Well, here we are 10 years later, and what results do we see? The result, plainly and bluntly, is that the Western Church has just about completely cut herself off from her cultural roots, the Latin tradition of the West. Latin is practically banned from the liturgy and banned as well from the courses of study required of candidates for the priesthood. Fewer and fewer Masses in Latin are sanctioned or approved by local ordinaries, and fewer and fewer seminarians and young priests have now more than a nodding acquaintance with the language which nourished the devotion of countless generations of Christians and gave to theology and the other sacred sciences a common tongue, so that, even though imperfectly, communication was possible. A Church which for so long had preserved Latin consciously as a bond of unity, had quite suddenly decided to discard it as a useless encumbrance.
With this rejection, and as an almost inevitable consequence , went out the window also the whole magnificent musical heritage of the Church. For when you change your language you also change your song. The Jewish exiles hanging their harps beside the waters of Babylon, so long ago, made that discovery. Pope Paul VI, the other day, made an earnest plea for the revival of some parts of the Mass in Latin, the Kyrie, the Gloria, etc., with the obvious hope of salvaging something of our immense musical treasure, one of the glories of the Christian accomplishment; but whether his words will carry weight, whether his cri de coeur
will be heard, is anyone's guess. Not, surely, until realization dawns on many minds how drastically we have robbed ourselves of our cultural wealth.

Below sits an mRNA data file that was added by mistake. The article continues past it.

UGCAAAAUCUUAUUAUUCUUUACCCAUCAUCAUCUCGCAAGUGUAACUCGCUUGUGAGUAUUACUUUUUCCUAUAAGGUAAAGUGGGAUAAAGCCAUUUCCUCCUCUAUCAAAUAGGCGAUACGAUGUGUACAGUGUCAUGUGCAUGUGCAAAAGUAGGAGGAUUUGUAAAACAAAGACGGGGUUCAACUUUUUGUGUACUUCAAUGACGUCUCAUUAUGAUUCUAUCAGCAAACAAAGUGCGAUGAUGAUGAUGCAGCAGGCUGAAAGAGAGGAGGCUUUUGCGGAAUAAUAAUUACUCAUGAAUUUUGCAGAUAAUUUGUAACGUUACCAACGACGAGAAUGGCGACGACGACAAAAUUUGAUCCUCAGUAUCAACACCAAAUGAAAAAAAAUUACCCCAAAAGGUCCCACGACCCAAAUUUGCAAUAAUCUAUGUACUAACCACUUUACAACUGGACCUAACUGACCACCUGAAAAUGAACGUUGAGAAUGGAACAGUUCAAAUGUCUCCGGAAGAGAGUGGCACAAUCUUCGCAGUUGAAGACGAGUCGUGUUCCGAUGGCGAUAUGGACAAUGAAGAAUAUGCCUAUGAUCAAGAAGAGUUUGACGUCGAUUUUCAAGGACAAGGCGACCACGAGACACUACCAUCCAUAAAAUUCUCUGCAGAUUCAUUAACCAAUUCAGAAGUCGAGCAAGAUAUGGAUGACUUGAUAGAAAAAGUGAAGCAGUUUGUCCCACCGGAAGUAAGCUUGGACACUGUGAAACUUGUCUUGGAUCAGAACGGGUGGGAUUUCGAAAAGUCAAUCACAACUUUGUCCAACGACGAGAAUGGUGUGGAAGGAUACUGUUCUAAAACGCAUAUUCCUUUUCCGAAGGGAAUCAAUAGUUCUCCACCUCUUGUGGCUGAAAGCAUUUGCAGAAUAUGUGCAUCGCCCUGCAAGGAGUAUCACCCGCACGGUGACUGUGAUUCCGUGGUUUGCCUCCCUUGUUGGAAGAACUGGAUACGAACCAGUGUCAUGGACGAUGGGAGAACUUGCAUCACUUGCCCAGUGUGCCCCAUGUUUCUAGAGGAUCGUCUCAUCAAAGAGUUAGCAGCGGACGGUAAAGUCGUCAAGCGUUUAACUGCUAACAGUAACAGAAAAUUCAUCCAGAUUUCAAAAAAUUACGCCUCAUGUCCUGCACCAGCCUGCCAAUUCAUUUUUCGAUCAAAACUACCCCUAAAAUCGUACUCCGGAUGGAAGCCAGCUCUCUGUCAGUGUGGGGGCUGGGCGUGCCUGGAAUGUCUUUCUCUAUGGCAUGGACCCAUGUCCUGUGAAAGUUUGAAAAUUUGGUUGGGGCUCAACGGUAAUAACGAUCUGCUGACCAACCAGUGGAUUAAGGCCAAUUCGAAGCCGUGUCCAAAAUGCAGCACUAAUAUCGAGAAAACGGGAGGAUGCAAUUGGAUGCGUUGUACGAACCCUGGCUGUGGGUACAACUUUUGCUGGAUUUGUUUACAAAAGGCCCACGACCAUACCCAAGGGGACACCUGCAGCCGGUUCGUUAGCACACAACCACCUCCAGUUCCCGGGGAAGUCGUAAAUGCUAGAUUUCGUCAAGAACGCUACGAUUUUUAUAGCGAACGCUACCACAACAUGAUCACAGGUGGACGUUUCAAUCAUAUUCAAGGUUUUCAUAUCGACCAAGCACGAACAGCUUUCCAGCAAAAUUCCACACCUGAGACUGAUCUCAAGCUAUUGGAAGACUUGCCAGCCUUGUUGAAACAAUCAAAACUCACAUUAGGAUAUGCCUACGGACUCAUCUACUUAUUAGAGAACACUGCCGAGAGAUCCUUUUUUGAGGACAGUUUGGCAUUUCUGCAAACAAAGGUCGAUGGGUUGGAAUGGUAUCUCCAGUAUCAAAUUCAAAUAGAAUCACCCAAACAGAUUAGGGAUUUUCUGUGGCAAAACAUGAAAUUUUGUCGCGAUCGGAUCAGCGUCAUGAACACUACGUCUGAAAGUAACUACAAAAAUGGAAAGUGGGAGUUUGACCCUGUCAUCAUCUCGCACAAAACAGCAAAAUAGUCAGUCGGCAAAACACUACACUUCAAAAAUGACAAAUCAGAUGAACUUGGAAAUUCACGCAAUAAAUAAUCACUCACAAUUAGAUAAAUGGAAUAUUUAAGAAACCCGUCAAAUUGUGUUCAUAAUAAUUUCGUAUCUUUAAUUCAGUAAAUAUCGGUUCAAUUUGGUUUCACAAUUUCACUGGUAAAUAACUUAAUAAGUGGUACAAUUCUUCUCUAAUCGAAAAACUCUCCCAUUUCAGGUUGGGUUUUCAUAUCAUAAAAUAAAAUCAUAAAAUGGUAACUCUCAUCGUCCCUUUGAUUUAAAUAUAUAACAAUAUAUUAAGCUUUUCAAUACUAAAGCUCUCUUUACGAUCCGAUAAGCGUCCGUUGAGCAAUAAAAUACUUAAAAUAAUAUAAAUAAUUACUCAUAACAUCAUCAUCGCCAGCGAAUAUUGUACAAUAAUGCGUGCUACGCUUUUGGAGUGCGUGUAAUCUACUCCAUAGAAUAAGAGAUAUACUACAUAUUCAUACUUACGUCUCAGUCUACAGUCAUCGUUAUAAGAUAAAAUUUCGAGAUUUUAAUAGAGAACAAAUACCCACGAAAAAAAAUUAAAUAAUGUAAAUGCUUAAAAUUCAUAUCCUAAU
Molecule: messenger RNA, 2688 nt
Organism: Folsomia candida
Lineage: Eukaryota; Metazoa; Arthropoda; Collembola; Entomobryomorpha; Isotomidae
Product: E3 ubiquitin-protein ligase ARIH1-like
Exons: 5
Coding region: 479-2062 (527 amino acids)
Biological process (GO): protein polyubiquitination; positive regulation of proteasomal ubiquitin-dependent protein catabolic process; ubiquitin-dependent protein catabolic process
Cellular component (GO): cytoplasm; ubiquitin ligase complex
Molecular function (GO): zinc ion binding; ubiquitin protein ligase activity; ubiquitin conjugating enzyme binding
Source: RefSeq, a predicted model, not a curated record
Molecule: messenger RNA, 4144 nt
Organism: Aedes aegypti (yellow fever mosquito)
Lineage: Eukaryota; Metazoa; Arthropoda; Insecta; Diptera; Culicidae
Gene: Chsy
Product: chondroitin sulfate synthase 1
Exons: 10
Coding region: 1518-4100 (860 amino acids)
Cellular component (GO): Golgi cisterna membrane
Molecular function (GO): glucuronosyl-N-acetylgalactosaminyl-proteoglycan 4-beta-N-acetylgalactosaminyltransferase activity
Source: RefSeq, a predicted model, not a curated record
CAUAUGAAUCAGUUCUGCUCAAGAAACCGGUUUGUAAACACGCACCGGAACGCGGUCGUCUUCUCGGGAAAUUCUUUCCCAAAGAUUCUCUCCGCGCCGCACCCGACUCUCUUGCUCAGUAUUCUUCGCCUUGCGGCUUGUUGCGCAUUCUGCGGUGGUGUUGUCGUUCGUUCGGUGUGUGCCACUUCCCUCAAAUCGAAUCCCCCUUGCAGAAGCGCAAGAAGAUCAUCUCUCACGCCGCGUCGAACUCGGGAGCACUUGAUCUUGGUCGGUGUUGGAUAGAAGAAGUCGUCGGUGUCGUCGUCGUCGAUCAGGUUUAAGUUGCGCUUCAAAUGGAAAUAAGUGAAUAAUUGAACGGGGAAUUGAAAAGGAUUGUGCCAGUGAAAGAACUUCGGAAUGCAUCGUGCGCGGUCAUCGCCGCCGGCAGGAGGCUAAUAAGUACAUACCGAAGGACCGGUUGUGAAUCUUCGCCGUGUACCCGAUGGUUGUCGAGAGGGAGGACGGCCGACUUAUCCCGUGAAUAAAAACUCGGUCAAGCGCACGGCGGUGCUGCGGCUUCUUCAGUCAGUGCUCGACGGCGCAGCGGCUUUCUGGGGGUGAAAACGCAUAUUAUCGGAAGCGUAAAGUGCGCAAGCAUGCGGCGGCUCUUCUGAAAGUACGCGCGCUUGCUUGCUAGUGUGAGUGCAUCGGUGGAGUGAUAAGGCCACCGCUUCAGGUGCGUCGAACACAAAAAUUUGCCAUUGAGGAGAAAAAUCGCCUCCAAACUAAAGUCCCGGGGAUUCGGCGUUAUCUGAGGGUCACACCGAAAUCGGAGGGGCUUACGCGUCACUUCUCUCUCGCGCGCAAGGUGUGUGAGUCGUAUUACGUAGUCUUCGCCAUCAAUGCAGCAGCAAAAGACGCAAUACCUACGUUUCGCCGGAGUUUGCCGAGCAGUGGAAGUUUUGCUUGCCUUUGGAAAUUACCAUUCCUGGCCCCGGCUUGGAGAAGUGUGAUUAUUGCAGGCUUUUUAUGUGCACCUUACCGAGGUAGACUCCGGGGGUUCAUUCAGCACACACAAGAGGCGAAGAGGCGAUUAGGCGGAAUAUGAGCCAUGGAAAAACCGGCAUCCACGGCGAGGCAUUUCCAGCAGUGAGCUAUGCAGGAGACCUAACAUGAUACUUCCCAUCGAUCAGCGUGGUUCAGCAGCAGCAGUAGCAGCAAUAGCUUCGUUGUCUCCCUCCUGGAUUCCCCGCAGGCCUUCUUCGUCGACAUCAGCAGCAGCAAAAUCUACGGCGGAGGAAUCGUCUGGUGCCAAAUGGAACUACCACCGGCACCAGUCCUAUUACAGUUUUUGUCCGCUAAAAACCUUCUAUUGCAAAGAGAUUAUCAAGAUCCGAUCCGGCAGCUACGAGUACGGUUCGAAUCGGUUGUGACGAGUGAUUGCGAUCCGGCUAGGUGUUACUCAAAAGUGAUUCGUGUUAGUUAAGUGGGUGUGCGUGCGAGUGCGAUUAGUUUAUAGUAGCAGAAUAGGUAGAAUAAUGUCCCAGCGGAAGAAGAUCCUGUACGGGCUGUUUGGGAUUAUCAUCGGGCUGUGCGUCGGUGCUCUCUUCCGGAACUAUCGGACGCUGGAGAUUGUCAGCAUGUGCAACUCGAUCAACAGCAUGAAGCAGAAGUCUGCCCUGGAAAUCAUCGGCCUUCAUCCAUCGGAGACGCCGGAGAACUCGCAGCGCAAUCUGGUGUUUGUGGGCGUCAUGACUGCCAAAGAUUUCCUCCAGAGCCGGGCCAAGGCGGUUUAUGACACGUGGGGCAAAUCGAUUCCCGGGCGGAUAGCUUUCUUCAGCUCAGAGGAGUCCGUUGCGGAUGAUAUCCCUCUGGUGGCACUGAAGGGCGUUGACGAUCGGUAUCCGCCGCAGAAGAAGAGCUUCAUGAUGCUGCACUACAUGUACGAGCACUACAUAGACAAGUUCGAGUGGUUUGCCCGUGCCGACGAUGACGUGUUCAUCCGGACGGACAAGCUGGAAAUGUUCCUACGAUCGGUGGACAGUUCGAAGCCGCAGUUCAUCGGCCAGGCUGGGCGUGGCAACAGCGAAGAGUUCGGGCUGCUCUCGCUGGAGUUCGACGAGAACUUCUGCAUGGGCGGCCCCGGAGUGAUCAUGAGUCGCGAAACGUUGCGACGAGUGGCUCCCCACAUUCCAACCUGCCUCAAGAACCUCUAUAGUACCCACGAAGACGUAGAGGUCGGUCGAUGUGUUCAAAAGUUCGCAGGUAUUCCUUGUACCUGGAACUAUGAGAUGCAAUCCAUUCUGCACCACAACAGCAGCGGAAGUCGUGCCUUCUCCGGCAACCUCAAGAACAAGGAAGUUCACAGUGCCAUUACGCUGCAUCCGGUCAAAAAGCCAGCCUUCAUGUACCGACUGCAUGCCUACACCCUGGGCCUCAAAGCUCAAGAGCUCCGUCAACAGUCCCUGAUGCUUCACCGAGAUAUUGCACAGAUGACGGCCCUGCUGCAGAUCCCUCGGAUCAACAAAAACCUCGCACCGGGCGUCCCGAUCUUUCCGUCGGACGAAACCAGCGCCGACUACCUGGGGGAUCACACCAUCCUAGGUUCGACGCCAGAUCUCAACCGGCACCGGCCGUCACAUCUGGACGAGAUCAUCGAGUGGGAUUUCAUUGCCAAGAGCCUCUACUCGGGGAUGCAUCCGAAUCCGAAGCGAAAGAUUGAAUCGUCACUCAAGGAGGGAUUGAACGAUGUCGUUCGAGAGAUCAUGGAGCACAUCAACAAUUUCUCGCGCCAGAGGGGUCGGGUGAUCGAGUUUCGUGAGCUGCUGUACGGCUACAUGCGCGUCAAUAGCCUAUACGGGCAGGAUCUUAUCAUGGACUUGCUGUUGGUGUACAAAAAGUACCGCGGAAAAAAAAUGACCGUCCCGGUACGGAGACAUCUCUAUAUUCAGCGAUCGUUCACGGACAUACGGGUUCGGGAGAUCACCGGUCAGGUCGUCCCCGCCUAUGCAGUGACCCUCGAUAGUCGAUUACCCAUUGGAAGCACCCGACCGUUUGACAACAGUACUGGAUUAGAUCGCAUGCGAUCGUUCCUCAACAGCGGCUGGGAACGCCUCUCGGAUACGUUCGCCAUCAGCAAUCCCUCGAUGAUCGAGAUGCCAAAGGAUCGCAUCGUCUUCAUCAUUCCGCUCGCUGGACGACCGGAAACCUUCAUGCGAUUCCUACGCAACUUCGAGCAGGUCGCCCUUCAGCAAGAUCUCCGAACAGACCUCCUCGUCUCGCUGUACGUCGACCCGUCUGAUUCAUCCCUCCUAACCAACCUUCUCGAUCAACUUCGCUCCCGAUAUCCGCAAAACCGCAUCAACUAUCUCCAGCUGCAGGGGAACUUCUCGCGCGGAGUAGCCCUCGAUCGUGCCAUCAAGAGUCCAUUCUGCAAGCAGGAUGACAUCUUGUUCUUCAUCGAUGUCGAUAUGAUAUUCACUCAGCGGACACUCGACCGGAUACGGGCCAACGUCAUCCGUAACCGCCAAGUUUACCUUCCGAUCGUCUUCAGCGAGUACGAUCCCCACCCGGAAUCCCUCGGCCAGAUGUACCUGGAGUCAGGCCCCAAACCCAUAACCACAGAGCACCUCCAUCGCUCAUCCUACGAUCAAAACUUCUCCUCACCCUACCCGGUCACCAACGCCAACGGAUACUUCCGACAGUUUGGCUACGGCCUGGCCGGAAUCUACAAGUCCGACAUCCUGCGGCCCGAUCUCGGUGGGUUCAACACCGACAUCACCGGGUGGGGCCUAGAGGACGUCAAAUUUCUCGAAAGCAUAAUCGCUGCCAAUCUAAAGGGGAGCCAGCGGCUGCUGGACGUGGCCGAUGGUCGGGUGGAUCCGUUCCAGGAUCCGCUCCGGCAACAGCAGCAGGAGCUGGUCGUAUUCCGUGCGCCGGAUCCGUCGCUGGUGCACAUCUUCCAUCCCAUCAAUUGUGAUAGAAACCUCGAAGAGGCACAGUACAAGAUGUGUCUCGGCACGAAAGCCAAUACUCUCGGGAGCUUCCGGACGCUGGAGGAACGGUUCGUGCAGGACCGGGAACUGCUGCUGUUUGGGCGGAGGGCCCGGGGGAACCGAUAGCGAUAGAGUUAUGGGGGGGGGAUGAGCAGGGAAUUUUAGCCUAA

And the same rejection, not merely of our cultural and esthetic roots, but of our philosophical and theological foundations, is the reaction and the reality of the moment. Who would be caught dead today citing a theologian older than Karl Rahner or a philosopher more antique than Bernard Lonergan? The substitution of Teilhardism for Thomism, if not complete in our schools, our seminaries and universities, is within an ace of carrying the day.
But before we commit ourselves farther, and if there is still time for reflection, might we not do well to catch the echo of a great and now almost forgotten Father of the Council, the late Cardinal Michael Browne, who, at a decisive moment in the debate on the Constitution of the Church, raised his voice in warning with all the richness of the Irish brogue in Latin: "Caveamus, Patres, caveamus
!"— "Let us take heed, Fathers, let us beware!" We thought it amusing then; we might take it a little more seriously now.
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Those of us whose spiritual solace is found principally, if not solely, in the traditional liturgy of the Roman Rite are often told we must change "as the Council intended". It's interesting to read what one of the Council Fathers claimed was the intent of the Council.
Who dreamed on that day that within a few years, far less than a decade, the Latin past of the Church would be all but expunged, that it would be reduced to a memory fading in the middle distance? The thought would have horrified us, but it seemed so far beyond the realm of the possible as to be ridiculous. So we laughed it off.